The revolution was, we did not give the will:
We had police, the police was doubly strict.
I'll walk down the street, do something,
What the police will tell me, I'll show her the knife.

But gangs of hooligans wielded not only on the street, not at all. They broke into clubs and cinemas, into theaters and pubs, organized mass brawls and even beat “pioneers and employees”. In Kazan, local hooligans threw stones and sticks at the plane and even the Osaviakhim pilot — that is, it smacked of politics. In Novosibirsk, a demonstration of Komsomol members was broken up, and in the Penza province they were engaged in an atrocious business: they dismantled the railway track, and the sleepers were laid on rails in front of the passing trains, which caused several train accidents!

And after all, Penza in those years was a quiet and “blessed” city. And what is left of this "God-saving" in it? Nothing practically - according to the OGPU, the growth of hooliganism was simply catastrophic, as 15-20 people were delayed daily for hooliganism in the city, with a total population of 100 thousand people!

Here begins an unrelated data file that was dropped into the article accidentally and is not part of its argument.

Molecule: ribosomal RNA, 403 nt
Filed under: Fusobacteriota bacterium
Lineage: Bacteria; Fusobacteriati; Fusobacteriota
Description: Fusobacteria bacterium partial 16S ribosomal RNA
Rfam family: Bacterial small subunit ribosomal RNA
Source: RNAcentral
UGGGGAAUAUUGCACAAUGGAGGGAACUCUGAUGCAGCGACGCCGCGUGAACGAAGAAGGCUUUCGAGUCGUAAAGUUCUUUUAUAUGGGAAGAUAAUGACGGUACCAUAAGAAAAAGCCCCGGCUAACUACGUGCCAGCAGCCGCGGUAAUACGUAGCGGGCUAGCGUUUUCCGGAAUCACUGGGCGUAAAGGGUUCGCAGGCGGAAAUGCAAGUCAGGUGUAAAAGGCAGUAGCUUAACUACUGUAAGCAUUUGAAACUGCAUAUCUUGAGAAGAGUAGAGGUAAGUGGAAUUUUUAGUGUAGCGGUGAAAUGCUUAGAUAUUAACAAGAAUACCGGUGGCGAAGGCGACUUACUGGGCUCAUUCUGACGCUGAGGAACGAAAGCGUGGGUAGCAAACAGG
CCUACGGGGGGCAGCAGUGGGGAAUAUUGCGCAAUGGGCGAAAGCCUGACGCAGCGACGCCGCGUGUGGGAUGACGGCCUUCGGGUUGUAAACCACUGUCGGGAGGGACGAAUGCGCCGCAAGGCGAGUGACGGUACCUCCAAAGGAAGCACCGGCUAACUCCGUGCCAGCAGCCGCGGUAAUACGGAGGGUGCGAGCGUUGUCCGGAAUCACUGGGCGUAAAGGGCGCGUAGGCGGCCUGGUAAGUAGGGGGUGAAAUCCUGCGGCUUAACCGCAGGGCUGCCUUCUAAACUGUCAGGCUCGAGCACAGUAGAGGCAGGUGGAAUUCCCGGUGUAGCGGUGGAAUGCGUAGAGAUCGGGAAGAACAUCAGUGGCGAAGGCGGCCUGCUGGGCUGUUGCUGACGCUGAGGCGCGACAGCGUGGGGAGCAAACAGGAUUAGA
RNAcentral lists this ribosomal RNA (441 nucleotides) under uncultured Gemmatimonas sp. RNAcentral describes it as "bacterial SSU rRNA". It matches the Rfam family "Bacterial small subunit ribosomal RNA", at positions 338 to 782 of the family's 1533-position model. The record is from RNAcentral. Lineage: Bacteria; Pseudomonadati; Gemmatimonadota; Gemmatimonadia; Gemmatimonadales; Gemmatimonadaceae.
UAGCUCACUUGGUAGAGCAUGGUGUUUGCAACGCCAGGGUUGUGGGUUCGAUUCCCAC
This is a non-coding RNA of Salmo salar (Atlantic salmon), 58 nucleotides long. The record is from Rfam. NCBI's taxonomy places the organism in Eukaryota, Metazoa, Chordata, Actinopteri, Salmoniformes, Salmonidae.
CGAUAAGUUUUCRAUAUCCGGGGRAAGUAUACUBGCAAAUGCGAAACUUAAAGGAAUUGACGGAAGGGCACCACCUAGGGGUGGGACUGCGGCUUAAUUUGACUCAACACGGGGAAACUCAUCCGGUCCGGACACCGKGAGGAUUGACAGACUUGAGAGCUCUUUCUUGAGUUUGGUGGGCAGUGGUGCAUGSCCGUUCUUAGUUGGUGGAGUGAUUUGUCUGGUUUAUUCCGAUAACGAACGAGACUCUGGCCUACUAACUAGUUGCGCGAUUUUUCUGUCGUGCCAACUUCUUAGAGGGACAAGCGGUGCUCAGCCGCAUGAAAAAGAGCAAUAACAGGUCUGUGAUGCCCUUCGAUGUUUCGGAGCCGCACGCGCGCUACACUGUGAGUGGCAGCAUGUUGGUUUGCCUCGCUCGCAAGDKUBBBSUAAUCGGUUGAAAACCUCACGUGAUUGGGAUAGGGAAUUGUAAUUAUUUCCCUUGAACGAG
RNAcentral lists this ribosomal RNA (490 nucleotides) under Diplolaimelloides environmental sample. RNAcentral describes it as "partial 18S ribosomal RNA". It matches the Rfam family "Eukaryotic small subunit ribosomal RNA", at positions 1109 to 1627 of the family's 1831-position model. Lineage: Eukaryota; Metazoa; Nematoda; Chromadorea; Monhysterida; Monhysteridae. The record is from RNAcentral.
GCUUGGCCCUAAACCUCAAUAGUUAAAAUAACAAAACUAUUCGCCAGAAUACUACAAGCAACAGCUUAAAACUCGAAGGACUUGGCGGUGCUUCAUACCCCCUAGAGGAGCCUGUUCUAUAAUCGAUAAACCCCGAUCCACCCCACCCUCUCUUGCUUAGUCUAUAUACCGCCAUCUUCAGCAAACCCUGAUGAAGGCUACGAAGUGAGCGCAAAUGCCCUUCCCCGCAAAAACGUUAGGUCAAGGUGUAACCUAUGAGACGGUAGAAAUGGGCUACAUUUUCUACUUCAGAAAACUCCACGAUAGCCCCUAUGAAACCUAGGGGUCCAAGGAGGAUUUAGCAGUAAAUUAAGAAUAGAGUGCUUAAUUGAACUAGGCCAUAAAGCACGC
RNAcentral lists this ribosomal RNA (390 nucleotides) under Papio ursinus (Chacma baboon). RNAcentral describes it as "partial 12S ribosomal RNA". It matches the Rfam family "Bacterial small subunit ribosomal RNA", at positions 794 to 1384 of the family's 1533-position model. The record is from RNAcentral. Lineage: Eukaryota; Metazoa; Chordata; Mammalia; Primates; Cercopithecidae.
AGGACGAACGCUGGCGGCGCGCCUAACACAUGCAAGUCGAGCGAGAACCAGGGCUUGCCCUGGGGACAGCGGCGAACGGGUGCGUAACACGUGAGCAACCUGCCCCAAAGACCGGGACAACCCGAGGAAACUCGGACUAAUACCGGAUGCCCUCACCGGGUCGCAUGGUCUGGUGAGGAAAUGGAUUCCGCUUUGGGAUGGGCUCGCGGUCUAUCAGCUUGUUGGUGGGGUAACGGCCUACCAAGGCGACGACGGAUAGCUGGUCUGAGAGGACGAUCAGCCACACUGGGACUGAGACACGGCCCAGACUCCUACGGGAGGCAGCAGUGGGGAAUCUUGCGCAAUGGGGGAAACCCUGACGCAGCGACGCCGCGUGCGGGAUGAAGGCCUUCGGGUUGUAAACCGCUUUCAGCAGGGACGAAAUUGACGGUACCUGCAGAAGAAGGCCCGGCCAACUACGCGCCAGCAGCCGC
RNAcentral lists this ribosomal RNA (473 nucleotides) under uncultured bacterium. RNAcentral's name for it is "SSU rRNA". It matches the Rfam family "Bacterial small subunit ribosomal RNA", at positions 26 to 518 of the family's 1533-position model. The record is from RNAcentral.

Immediately, criminologists were found who thought that the hooliganism of those years was “a perverted thirst for activity and energy characteristic of young people”. What prevented to turn this thirst of activities from perverted to uncorrupted, it is clear - the lack of culture. However, the state itself often here added fuel to the fire. For example, it promoted the growth of hooliganism and the release of forty-degree vodka. “In connection with the release of forty-degree vodka, hooliganism in the city became spontaneous. On the night of October 2, around 50 drunk, hooligans were detained around the city. There were incidents of hooligans attacking the responsible executives of the Executive Committee of the Executive Committee and the Regional Committee of the city ... ”, said the head of the administrative department of the Penza Regional Executive Committee Gorgayev 3 of October 1925 (GAPO / State Archive of the Penza Region /. F. 503. Op.2. D.L. .79.) And the Penza newspaper Trudovaya Pravda in 1926, #214, wrote that hooligans at night attacked militiamen who made a detour and killed one, and disfigured one person and punched his head. But in the period from September to December of the same year, three streets in Penza were completely paralyzed, because the hooligans poured human excrement from a cesspool trailer along with barrels and could not stop it!